Recent Automobile Defect Cases

Sep 24, 2021 | Product Liability

Cars are getting smarter, packed with more sophisticated technology, every year. But that doesn’t mean they are free from potentially dangerous defects.

According to a recent article from 24/7 Wall St., seven of the 14 biggest auto recalls of all time have come in the last decade; in 2016, the number of recalls reached a record high.

A defect can be as basic as a faulty seat-belt locking mechanism or as baffling as a sudden surge in acceleration. It can be a flaw in the manufacturer’s design or in a product from another supplier, such as an airbag that fails to deploy properly. But if you suspect not all is right with your vehicle, there are steps you can take to protect yourself and your investment.

What is an auto recall?

A recall is issued when a car manufacturer or the National Highway Traffic Safety Administration determines that a vehicle or some aspect of its equipment fails to meet minimum safety standards. Most recalls are issued voluntarily by manufacturers, who are required to fix the defective equipment by repairing it or replacing it, at no cost to the vehicle owner.

You can find out if your vehicle is subject to a recall by entering the car’s VIN number in the NHTSA’s recall lookup tool.

Notable and recent recalls

One of the most challenging recalls of all, involving numerous models from more than a dozen car companies over a period of several years, has to do with defective Takata airbags installed in more than 40 million vehicles. Hundreds of injuries and more than 20 deaths have been linked to the exploding airbags, leading to what the NHTSA has called “one of the largest and most complex recalls in U.S. history.”

The Volkswagen emissions scandal of 2014-15 also led to widespread recalls and massive fines, after company officials admitted that emissions data had been manipulated and falsified.

Recent automobile defect cases

Recent auto defect cases infographics

In August 2019 alone:

  • Ford recalled more than 100,000 2015 sedans over a seat-belt defect;
  • Toyota recalled 135,000 2003-08 Corolla and Matrix models for an issue with the airbag inflators that replaced the Takata products;
  • Audi brought in 144,000 A4 and A5 models to address a software problem;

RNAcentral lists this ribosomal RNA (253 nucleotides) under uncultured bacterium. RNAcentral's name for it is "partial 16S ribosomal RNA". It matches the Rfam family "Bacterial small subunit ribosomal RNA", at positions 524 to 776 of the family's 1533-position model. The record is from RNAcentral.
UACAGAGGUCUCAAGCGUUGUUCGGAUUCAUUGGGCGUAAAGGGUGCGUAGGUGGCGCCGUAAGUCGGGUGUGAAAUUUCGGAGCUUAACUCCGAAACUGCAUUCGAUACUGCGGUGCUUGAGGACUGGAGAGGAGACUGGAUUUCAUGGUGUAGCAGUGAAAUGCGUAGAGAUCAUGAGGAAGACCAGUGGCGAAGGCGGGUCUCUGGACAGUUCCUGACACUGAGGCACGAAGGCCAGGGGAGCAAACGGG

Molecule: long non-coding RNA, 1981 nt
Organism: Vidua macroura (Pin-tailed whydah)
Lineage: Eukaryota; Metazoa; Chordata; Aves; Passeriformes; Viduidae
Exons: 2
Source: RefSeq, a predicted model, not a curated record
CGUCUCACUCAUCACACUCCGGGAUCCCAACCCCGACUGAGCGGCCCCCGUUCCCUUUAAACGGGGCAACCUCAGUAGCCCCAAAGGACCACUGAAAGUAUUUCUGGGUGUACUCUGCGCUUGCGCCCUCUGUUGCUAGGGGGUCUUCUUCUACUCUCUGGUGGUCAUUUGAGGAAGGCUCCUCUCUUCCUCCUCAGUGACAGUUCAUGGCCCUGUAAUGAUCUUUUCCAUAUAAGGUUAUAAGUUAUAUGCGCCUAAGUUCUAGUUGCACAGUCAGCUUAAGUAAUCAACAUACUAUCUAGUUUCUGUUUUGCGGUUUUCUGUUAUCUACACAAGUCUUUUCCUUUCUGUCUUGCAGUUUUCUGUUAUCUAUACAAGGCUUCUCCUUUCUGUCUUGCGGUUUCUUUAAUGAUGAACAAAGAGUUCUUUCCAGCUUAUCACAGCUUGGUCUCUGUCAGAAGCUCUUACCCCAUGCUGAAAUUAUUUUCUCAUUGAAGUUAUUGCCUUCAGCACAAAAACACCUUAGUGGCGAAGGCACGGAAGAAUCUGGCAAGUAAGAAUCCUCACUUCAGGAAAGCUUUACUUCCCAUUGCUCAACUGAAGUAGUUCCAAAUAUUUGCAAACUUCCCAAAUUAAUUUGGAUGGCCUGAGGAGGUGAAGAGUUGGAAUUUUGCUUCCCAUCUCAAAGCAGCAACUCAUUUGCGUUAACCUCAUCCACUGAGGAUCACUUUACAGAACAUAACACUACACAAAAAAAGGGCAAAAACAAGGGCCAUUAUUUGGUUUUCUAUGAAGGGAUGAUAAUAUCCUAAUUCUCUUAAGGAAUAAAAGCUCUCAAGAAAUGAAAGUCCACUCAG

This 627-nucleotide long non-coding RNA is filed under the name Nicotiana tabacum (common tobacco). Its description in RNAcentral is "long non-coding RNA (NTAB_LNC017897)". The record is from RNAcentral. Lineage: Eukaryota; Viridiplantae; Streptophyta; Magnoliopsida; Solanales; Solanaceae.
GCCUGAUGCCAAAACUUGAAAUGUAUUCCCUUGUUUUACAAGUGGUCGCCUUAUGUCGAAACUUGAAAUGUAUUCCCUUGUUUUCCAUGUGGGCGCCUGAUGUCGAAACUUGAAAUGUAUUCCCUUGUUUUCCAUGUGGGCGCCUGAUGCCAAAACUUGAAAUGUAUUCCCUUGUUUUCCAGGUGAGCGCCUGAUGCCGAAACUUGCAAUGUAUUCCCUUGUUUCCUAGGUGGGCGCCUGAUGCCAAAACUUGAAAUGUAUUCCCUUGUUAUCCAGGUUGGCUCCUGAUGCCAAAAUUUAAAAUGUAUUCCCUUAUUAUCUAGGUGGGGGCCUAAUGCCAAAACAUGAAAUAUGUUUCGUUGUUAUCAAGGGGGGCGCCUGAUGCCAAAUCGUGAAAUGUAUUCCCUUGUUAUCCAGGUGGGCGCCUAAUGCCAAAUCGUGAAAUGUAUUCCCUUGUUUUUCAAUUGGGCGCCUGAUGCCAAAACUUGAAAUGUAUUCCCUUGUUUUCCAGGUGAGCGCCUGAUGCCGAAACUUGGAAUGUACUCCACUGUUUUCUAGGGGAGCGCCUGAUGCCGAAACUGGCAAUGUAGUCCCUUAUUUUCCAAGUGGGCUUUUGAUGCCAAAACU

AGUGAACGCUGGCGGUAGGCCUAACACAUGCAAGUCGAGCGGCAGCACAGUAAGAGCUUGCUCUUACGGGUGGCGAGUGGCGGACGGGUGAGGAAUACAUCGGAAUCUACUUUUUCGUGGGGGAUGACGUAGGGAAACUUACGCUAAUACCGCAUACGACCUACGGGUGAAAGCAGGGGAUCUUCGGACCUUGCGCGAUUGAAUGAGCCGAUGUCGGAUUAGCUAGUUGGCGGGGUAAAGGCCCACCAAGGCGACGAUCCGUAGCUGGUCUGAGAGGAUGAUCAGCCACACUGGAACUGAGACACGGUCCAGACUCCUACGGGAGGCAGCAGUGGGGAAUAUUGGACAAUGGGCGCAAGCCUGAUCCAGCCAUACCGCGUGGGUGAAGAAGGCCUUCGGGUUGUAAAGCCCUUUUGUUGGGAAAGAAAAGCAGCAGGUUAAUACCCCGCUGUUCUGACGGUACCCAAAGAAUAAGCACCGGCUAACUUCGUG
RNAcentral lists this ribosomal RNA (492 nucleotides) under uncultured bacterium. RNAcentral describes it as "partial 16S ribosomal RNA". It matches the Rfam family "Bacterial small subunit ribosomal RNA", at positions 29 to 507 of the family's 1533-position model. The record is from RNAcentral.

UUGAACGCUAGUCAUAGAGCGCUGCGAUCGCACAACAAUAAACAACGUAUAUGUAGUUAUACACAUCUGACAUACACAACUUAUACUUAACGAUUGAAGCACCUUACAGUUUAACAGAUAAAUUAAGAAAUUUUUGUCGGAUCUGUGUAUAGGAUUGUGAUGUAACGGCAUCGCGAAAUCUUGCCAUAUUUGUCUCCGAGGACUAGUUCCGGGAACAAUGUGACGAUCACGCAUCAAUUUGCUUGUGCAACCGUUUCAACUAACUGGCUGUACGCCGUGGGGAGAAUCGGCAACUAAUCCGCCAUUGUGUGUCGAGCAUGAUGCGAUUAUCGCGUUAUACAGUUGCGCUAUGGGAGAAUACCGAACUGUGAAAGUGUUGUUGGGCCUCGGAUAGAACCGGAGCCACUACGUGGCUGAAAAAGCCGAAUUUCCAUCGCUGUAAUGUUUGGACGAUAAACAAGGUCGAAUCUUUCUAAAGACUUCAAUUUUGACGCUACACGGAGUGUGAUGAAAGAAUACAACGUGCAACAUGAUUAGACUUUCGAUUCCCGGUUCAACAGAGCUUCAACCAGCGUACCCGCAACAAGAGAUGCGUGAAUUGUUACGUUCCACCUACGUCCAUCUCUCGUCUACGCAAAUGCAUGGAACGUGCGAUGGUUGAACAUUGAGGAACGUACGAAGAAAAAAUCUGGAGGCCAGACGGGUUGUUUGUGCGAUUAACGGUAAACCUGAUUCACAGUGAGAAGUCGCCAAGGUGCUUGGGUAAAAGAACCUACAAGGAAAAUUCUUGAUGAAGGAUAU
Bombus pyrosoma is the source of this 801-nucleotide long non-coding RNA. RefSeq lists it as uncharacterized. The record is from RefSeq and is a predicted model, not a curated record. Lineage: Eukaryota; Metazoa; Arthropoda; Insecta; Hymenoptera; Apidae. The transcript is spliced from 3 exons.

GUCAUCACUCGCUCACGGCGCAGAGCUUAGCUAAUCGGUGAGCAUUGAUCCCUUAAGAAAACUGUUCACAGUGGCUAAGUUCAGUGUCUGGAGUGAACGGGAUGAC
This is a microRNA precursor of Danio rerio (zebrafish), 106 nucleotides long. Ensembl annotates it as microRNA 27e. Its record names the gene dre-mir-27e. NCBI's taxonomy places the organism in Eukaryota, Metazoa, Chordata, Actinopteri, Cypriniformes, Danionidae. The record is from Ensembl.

• Ford recalled a wide swath of 483,000 pickups and SUVs over seatback support issues;
  • Volkswagen set about fixing 679,000 vehicles of numerous lines that could have the key removed when the car isn’t in park, risking rollaway situations.

What rights do car buyers have?

If your car has a defect that has become the target of a particular recall, your local dealership should fix it at no cost to you.

Some states require the manufacturer or the dealer to notify buyers of all recalls, but it’s not a bad idea to check the NHTSA site on your own to determine if there’s a recall for your particular year and model.

If your local dealer won’t fix the defect in a timely manner, you can complain to the manufacturer and the NHTSA.

If the dealership still can’t or won’t fix the problem, you may have recourse under the state’s lemon laws. Such laws allow the buyer to receive a refund or a new car if the purchased vehicle meets the criteria for being a “lemon” — that is, it has serious operating or safety defects that can’t be remedied.

Can you sue a car manufacturer?

Consumers have filed product liability lawsuits against car manufacturers for serious safety defects, especially when those defects have led to accidents and injuries. If you believe you have been harmed or suffered damages due to a car defect or misleading claims by an automaker, it is advisable to consult with an experienced automobile lawyer who can assess your case and help you explore legal options for seeking compensation.

Depending on the defect, parts manufacturers may be liable, too — as in the case of the faulty Takata airbags.

In addition, consumers who believe they were misled by automakers’ claims about fuel economy, emissions ratings, and other purported benefits that turn out to be less than advertised have banded together in class action lawsuits to seek compensation and corrective actions.

For example, in 2013 Ford overstated the fuel economy rating of its C-Max hybrid model by seven miles per gallon; in 2014 Ford lowered fuel economy ratings for six other models, offering rebates to customers.

Contact an Auto Defect Lawyer at Franklin D. Azar & Associates

If you or a loved one has suffered injuries or financial loss as a result of a defective vehicle, you may be entitled to compensation. Over the past 30 years, Franklin D. Azar & Associates has represented victims in some of the most complicated and serious personal injury and wrongful death cases arising from defective products.

Our auto defect attorneys have deep knowledge and extensive experience to navigate the legal and technical aspects of your claim, including defective design, manufacturing, and labeling/marketing issues. Call us at (303) 900-5595 or contact us here for a free consultation and no-obligation evaluation of your case.